Newsletter #029: Health Benefits of Coffee and Curcumin ☕
Welcome to the Thanksgiving edition of the humanOS newsletter!
We hope everyone is having a happy and healthy holiday weekend. Here we share our work, as well as the various cool studies and media that captured our attention this week. 🤓
You might remember in previous newsletters, we referred to the SPARK/Biohacker Summit in Toronto, which took place last month. Well, Greg spoke there on the subject of Chrononutrition (the relationship between diet and circadian rhythm), and he just noticed this week that all of the summit talks are now posted on YouTube. 🙌 If you’re keen to better understand Chrononutrition, you should definitely check out Greg’s presentation, linked below! And if you are a Pro user, please refer to the How-to Guide on Chrononutrition for practical tips on how to optimize your food timing.
This Week’s Research Highlights
☕ Coffee consumption is associated with a reduced risk of type 2 diabetes - regardless of caffeine content.
Researchers at the Karolinska Institutet in Stockholm conducted a systematic review of prospective studies examining the association between coffee and type 2 diabetes risk. They included 30 prospective studies (total of 1 185 210 participants) in their meta-analysis. They found that the risk of type 2 diabetes decreased by 6% for each cup-per-day increase in coffee consumption. Compared to those who drank no coffee daily, those in the highest category of coffee consumption (5 cups per day on average) had a 29% lower risk of developing type 2 diabetes. Interestingly, results were similar for caffeinated and decaffeinated coffee.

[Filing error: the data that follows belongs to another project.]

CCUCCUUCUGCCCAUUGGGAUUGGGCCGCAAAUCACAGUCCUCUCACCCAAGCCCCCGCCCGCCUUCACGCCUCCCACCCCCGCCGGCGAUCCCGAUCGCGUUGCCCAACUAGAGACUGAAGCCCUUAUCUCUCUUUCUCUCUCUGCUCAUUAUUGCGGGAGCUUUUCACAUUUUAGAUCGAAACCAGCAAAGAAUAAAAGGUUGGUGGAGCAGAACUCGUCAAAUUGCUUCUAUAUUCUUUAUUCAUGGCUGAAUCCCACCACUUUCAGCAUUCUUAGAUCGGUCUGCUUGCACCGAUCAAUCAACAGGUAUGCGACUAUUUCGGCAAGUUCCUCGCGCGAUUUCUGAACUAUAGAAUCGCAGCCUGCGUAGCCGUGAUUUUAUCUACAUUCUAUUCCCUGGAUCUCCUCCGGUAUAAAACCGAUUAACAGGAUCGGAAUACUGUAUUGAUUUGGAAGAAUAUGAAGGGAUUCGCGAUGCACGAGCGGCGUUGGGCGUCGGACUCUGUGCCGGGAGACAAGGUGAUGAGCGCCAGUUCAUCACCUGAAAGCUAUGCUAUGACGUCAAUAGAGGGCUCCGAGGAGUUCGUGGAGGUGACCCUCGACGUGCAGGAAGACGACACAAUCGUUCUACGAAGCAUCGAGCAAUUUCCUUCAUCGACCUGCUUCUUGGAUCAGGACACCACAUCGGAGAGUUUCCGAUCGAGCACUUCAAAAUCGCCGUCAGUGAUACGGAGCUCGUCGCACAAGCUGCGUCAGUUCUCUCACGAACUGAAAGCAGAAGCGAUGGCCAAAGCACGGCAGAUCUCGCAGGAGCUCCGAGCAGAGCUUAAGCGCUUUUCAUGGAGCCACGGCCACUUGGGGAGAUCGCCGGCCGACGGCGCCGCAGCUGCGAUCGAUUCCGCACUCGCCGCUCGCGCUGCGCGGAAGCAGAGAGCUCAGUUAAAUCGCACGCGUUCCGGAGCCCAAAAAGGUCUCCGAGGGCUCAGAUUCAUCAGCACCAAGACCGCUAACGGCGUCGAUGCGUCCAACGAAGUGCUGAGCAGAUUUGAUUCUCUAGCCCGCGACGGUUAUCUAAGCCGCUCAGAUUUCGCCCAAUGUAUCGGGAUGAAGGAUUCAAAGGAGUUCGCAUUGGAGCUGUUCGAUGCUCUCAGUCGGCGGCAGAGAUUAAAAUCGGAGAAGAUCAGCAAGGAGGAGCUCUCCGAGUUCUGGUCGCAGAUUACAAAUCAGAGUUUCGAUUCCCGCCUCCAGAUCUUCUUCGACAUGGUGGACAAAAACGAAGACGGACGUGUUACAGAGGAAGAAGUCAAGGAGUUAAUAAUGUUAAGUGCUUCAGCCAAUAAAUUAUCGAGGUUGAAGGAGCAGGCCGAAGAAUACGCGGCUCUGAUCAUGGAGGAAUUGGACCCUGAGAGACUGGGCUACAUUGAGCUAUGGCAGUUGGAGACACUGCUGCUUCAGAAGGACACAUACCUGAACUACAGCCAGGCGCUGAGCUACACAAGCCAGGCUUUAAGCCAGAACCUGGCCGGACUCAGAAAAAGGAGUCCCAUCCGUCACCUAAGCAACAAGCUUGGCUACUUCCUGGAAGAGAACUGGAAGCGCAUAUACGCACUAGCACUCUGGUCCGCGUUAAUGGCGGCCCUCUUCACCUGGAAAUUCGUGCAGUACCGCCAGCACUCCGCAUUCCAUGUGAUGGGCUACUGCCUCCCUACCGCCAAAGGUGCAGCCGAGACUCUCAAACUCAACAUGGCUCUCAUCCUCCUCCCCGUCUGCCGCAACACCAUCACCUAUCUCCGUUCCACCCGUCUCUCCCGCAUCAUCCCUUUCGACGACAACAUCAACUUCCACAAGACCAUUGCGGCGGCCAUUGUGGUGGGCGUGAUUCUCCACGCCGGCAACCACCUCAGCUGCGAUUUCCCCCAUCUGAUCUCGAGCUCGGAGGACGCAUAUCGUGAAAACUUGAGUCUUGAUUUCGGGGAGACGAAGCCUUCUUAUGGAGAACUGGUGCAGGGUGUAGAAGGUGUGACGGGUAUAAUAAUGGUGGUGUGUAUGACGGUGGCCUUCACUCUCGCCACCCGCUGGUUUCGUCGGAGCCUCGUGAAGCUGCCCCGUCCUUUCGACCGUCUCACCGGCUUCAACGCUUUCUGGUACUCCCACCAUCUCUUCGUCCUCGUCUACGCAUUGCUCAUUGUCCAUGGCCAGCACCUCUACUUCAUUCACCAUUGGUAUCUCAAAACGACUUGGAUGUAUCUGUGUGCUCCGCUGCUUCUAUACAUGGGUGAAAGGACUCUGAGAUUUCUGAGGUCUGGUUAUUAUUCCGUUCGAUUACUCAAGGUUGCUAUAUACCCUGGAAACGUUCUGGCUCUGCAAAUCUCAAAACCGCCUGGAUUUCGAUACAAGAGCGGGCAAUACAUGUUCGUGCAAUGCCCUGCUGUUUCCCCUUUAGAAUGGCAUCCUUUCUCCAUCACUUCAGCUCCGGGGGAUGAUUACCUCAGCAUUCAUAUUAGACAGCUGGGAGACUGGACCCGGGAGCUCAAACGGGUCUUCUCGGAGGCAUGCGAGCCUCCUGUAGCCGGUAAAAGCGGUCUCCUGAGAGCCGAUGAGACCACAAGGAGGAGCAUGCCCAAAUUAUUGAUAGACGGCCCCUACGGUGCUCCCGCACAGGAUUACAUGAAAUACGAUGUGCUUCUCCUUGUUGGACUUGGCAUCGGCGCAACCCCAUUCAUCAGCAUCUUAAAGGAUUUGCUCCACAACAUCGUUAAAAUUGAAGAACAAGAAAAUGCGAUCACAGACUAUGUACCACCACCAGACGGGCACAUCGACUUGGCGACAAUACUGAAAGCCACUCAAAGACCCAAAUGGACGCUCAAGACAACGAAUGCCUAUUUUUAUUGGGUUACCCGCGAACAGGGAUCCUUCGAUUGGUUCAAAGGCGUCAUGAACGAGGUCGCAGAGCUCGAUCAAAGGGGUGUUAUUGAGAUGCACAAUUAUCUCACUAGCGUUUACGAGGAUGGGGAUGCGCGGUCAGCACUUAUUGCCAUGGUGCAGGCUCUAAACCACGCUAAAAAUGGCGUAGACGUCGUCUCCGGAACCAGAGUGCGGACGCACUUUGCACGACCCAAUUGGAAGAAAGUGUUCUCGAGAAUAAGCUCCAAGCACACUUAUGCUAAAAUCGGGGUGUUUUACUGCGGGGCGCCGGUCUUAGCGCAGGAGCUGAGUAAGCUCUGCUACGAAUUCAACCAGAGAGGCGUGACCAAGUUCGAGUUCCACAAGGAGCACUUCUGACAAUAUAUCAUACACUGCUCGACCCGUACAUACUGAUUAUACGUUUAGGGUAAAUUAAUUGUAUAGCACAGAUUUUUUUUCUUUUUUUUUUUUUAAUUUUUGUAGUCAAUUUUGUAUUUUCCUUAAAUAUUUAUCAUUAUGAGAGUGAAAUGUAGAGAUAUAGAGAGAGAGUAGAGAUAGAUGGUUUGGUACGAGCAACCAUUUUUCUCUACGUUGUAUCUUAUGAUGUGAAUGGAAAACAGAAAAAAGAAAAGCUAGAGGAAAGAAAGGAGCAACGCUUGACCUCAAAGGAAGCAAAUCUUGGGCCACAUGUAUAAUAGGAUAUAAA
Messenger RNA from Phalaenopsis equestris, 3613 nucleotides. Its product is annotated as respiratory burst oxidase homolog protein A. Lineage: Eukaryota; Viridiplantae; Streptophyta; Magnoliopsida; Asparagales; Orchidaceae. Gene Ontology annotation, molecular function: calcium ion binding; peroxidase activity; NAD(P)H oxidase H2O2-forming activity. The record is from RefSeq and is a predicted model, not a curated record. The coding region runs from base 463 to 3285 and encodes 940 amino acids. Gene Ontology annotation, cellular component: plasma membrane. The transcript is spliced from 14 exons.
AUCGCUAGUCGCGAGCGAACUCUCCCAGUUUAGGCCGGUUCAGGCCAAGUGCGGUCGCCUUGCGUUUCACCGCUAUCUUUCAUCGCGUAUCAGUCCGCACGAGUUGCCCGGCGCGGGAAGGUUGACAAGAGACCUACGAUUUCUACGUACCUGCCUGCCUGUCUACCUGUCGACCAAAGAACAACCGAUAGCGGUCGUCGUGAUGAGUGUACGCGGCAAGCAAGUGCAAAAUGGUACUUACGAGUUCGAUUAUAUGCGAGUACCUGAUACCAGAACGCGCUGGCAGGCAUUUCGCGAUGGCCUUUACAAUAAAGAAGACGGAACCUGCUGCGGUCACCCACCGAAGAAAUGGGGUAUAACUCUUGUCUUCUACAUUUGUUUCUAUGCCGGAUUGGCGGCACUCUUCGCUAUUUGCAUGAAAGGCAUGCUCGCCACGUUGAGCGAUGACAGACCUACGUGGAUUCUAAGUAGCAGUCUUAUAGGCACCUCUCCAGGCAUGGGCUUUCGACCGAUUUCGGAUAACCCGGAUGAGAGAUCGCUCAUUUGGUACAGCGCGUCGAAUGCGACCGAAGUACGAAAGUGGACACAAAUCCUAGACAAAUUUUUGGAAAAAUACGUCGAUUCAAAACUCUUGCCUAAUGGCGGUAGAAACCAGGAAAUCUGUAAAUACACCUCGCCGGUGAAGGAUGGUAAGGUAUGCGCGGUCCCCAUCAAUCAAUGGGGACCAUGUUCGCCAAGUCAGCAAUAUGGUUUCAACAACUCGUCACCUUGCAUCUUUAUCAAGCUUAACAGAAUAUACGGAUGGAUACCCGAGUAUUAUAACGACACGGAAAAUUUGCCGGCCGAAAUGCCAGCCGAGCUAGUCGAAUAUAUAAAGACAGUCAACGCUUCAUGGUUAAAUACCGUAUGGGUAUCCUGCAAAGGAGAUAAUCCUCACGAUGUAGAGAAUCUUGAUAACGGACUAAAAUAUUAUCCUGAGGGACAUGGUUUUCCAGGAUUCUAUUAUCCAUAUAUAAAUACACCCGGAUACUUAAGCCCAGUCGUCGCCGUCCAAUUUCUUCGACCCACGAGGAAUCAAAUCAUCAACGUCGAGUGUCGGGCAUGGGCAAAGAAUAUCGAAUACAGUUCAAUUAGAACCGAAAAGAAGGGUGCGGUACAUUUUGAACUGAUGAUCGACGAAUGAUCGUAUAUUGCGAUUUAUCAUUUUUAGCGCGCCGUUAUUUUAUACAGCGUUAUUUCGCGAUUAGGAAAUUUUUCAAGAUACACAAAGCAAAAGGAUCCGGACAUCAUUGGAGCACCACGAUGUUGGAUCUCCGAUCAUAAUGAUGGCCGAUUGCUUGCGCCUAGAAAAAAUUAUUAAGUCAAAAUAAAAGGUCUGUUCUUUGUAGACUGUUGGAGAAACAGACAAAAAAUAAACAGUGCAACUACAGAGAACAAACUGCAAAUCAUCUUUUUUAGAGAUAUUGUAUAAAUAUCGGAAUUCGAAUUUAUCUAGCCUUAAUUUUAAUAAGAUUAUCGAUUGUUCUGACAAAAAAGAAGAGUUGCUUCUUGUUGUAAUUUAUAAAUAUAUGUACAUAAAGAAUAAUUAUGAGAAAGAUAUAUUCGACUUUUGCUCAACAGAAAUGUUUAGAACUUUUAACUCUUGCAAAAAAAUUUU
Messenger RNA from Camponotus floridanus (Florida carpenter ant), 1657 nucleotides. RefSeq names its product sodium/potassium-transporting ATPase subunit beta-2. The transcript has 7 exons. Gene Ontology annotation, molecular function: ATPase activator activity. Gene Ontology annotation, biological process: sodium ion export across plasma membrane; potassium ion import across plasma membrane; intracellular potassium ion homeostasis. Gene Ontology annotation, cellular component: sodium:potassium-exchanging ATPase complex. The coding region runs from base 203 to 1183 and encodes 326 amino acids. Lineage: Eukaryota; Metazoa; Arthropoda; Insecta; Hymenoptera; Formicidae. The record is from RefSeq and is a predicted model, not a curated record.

Researchers at Kent State recruited 69 healthy young adults, who came in with varying levels of sleep quality, and had them complete two cognition trials testing vigilance. In one trial, they were given 237 mL of water, and in the other they were given 237 mL of coffee (containing 100 mg of caffeine). Vigilance was assessed at 30, 90, and 120 minutes after consuming the assigned beverage. Coffee improved reaction time in all three assessments. However, in those reporting poor sleep, vigilance deficits were only partially restored by coffee, and coffee actually worsened inhibitory control in people with inadequate sleep.
Researchers from the University of Surrey and Heinrich Heine University Dusseldorf exposed 14 healthy male participants, on two different days, to monochromatic blue light or to blue light with a filter foil (control) for 30 minute intervals. They found that when the participants were exposed to whole-body blue light, their systolic blood pressure was lowered by almost 8 mm Hg. The control light had no effect. The blue light also reduced arterial stiffness, and increased levels of nitric oxide. Mobilization of nitric oxide from the skin may be responsible for the systemic cardiovascular effects associated with blue light.